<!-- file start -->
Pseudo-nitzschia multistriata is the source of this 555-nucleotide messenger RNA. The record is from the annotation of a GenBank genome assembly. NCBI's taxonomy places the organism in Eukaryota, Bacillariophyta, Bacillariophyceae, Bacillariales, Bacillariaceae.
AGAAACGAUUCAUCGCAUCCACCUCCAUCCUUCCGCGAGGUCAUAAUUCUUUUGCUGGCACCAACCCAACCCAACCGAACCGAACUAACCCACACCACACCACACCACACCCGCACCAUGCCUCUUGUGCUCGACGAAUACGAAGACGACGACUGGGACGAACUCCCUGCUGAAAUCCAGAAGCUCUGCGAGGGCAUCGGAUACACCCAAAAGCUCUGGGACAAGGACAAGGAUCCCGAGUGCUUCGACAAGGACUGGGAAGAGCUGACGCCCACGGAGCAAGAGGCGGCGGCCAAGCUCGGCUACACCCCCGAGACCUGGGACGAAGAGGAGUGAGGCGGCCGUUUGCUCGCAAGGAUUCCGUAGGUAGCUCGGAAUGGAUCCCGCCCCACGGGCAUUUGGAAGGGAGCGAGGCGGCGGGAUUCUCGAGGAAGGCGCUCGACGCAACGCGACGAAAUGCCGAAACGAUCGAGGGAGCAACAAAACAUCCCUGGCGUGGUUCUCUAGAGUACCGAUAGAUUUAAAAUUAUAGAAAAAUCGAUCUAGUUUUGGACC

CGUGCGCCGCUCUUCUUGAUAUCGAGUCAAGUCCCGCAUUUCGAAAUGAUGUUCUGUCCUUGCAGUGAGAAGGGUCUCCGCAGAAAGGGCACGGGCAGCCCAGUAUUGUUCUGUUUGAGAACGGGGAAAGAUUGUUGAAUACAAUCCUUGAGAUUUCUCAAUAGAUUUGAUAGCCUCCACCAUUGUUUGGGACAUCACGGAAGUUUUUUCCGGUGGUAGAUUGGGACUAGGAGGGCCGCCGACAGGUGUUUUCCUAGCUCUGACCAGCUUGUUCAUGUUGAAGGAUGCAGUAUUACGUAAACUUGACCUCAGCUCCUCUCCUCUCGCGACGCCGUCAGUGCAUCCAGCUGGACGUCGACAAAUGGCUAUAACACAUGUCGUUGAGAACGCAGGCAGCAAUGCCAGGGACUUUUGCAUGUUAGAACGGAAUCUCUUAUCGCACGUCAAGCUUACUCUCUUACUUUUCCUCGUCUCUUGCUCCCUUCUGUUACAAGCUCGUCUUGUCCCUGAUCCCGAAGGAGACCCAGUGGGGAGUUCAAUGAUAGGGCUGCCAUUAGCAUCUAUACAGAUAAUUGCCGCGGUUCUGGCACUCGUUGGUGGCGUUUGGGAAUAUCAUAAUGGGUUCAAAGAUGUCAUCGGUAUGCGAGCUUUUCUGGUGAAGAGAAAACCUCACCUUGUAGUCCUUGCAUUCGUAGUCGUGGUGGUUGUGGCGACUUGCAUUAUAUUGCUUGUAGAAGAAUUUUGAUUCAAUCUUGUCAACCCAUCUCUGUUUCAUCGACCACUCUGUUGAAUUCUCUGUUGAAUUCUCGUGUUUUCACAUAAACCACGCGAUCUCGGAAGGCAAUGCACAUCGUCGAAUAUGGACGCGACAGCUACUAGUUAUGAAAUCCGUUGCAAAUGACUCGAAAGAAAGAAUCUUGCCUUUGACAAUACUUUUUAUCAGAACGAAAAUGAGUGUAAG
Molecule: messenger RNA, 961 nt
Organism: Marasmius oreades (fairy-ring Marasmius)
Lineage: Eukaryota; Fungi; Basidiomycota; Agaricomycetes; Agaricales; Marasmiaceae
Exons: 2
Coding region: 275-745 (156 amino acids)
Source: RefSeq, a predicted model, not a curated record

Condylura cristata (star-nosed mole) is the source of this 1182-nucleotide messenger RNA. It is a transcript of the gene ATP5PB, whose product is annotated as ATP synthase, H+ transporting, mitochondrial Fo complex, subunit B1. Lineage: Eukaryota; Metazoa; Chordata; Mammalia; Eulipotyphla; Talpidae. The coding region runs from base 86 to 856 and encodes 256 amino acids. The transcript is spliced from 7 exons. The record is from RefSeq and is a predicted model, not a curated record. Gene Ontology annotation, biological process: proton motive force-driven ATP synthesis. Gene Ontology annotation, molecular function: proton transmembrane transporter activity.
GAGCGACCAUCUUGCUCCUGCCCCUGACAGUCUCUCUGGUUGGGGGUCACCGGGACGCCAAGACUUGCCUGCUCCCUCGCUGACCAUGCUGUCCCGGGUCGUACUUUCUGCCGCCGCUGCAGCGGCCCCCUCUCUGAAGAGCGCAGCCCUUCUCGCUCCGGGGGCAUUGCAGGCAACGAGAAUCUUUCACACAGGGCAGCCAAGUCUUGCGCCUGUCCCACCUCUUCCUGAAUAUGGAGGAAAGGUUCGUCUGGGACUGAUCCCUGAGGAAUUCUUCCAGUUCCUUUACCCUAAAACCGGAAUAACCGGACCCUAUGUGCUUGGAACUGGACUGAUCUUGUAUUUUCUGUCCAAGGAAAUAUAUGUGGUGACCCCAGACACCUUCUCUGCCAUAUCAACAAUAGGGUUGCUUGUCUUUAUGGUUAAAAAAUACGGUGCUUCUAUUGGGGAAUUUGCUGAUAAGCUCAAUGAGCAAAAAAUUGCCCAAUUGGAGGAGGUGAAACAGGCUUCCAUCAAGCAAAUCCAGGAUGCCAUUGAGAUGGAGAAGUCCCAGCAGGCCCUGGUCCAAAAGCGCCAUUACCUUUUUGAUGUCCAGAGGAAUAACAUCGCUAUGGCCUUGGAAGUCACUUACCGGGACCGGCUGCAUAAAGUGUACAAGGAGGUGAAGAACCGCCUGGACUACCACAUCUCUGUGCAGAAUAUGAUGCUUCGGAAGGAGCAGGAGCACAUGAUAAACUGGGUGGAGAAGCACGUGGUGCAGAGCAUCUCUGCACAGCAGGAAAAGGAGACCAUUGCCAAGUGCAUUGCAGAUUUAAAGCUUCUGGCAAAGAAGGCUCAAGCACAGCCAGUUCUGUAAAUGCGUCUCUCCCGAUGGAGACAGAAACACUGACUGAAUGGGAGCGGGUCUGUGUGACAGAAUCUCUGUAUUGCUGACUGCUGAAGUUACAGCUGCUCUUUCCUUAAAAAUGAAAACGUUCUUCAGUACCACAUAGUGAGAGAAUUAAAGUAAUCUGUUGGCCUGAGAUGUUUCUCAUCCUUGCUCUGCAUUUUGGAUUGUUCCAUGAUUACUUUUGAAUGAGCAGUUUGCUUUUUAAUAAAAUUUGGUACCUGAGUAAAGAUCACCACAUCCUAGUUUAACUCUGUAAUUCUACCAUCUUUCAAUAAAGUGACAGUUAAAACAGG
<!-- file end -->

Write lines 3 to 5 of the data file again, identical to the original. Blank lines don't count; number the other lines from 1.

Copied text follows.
CGUGCGCCGCUCUUCUUGAUAUCGAGUCAAGUCCCGCAUUUCGAAAUGAUGUUCUGUCCUUGCAGUGAGAAGGGUCUCCGCAGAAAGGGCACGGGCAGCCCAGUAUUGUUCUGUUUGAGAACGGGGAAAGAUUGUUGAAUACAAUCCUUGAGAUUUCUCAAUAGAUUUGAUAGCCUCCACCAUUGUUUGGGACAUCACGGAAGUUUUUUCCGGUGGUAGAUUGGGACUAGGAGGGCCGCCGACAGGUGUUUUCCUAGCUCUGACCAGCUUGUUCAUGUUGAAGGAUGCAGUAUUACGUAAACUUGACCUCAGCUCCUCUCCUCUCGCGACGCCGUCAGUGCAUCCAGCUGGACGUCGACAAAUGGCUAUAACACAUGUCGUUGAGAACGCAGGCAGCAAUGCCAGGGACUUUUGCAUGUUAGAACGGAAUCUCUUAUCGCACGUCAAGCUUACUCUCUUACUUUUCCUCGUCUCUUGCUCCCUUCUGUUACAAGCUCGUCUUGUCCCUGAUCCCGAAGGAGACCCAGUGGGGAGUUCAAUGAUAGGGCUGCCAUUAGCAUCUAUACAGAUAAUUGCCGCGGUUCUGGCACUCGUUGGUGGCGUUUGGGAAUAUCAUAAUGGGUUCAAAGAUGUCAUCGGUAUGCGAGCUUUUCUGGUGAAGAGAAAACCUCACCUUGUAGUCCUUGCAUUCGUAGUCGUGGUGGUUGUGGCGACUUGCAUUAUAUUGCUUGUAGAAGAAUUUUGAUUCAAUCUUGUCAACCCAUCUCUGUUUCAUCGACCACUCUGUUGAAUUCUCUGUUGAAUUCUCGUGUUUUCACAUAAACCACGCGAUCUCGGAAGGCAAUGCACAUCGUCGAAUAUGGACGCGACAGCUACUAGUUAUGAAAUCCGUUGCAAAUGACUCGAAAGAAAGAAUCUUGCCUUUGACAAUACUUUUUAUCAGAACGAAAAUGAGUGUAAG
Molecule: messenger RNA, 961 nt
Organism: Marasmius oreades (fairy-ring Marasmius)